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mutable ArrayBuffer constructor throws on negative size #11482

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martijnhoekstra opened this Issue Apr 12, 2019 · 9 comments

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@martijnhoekstra
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commented Apr 12, 2019

new scala.collection.mutable.ArrayBuffer(-1) throws NegativeArraySizeException in 2.13.0-RC1, but runs fine in 2.12.x

@SethTisue

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commented Apr 12, 2019

seems like a progression rather than a regression?

@martijnhoekstra

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commented Apr 12, 2019

Not sure -- I couldn't find documentation of the change or its reasoning. It seems marginally likelier to me that it'll break peoples code than that it'll catch bugs. 2.12 sets the minimum size of the underlying array to at least 1. It has been that way at least since the old collections were new.

Maybe the bug is that the constructor is undocumented?

@som-snytt

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commented Apr 12, 2019

It ought to throw IllegalArgumentException.

@Ichoran

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commented Apr 12, 2019

There is no reason an advisory parameter like this should throw an exception rather than implementing the most sane behavior under the circumstances. Something like take(-1) is much more likely to be an error of logic than this is, yet we advocate for the safety of take.

So this should be regarded, unreservedly, as a bug. And fixed.

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commented Apr 12, 2019

WWJD? ArrayList throws.

@Ichoran

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commented Apr 12, 2019

WWJD? ArrayList throws.

This is entirely within character for Java, as ArrayList consists almost entirely of brittle low-level methods.

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commented Apr 13, 2019

Brittle as in peanut?

scala> val buf = new ArrayBuffer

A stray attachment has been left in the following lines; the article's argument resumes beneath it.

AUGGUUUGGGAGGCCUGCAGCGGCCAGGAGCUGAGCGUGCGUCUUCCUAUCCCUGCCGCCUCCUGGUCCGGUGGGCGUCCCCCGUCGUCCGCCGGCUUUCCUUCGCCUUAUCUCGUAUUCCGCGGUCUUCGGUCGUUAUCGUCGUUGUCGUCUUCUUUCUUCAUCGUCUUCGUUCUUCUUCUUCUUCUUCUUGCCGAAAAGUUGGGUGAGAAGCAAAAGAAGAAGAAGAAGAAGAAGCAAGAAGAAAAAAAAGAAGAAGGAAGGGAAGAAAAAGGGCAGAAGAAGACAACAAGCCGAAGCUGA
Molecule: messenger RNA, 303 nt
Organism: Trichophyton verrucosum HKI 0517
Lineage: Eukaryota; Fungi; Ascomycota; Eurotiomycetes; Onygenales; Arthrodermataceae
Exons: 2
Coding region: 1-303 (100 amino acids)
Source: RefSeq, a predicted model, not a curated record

buf: scala.collection.mutable.ArrayBuffer[Nothing] = ArrayBuffer()

scala> buf.remove(0, -1)
java.lang.IllegalArgumentException: removing negative number of elements: -1
  at scala.collection.mutable.ArrayBuffer.remove(ArrayBuffer.scala:204)
  ... 29 elided

Normally, I would suggest "fluent" API wants to be forgiving, but Unit methods and certainly constructors should be inclined to fail. Constructors especially should result in a well-defined state, but is new ArrayBuffer(-1) sized to zero or the default?

scala> val buf = new ArrayBuffer(42)
buf: scala.collection.mutable.ArrayBuffer[Nothing] = ArrayBuffer()

scala> buf.remove(-1)
java.lang.IndexOutOfBoundsException: -1 is out of bounds (min 0, max -1)
  at scala.collection.mutable.ArrayBuffer.checkWithinBounds(ArrayBuffer.scala:91)
  at scala.collection.mutable.ArrayBuffer.remove(ArrayBuffer.scala:188)
  ... 29 elided
@martijnhoekstra

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commented Apr 13, 2019

The 2.12 collections set the underlying array size to max(arg, 1), which seems like a reasonable size, but I have no strong preference between 0, 1 or default (or, indeed throwing an IllegalArgumentException)

The remove(-1) behaviour sounds correct to me, though that out of bounds message is confusing, and probably needs to be special-cased for when the collection is empty.

The remove(0, -1) behaviour sounds like something that could be argued about, throwing andnot removing anything both seem plausible things to do.

These are both significantly different from the constructor argument in that the constructor argument is only a bookkeeping argument for which an unexpected value shouldn't impede normal handling. I guess you could argue that if the argument is important enough for the constructor to exist, out of range values should be important enough to be errors, and if you don't care enough about the value you pass in out of bounds values, maybe the entire things shouldn't exist/be used.

I'm not going to argue any of those points, I'm just reporting the change in behaviour

@SethTisue SethTisue added this to the 2.13.0-RC2 milestone Apr 13, 2019

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commented Apr 13, 2019

Normally, I would suggest "fluent" API wants to be forgiving, but Unit methods and certainly constructors should be inclined to fail. Constructors especially should result in a well-defined state, but is new ArrayBuffer(-1) sized to zero or the default?

The array-expanding math is simplest if zero is forbidden, so it would be 1.

Constructors and Unit methods have a responsibility to do the very best job they can to do something sane, and throw exceptions only as a last resort. Sensible defaults, unless used in a context where it essential to die if doing anything other than exactly what you asked for, are one way to accomplish sanity. Alternatively, you can divide your API in to a "brittle low-level" part that throws exceptions if any i is missing its dot, and a "forgiving high-level" part that does as close to the right thing as practical. Overwhelmingly the collections library is the latter type, so in ambiguous cases I'd advocate for the latter behavior.

You can't remove and return back something that isn't there--so trying should be an exception, yes--but asking to remove less than nothing should, almost surely, just be interpreted as a request to remove nothing.

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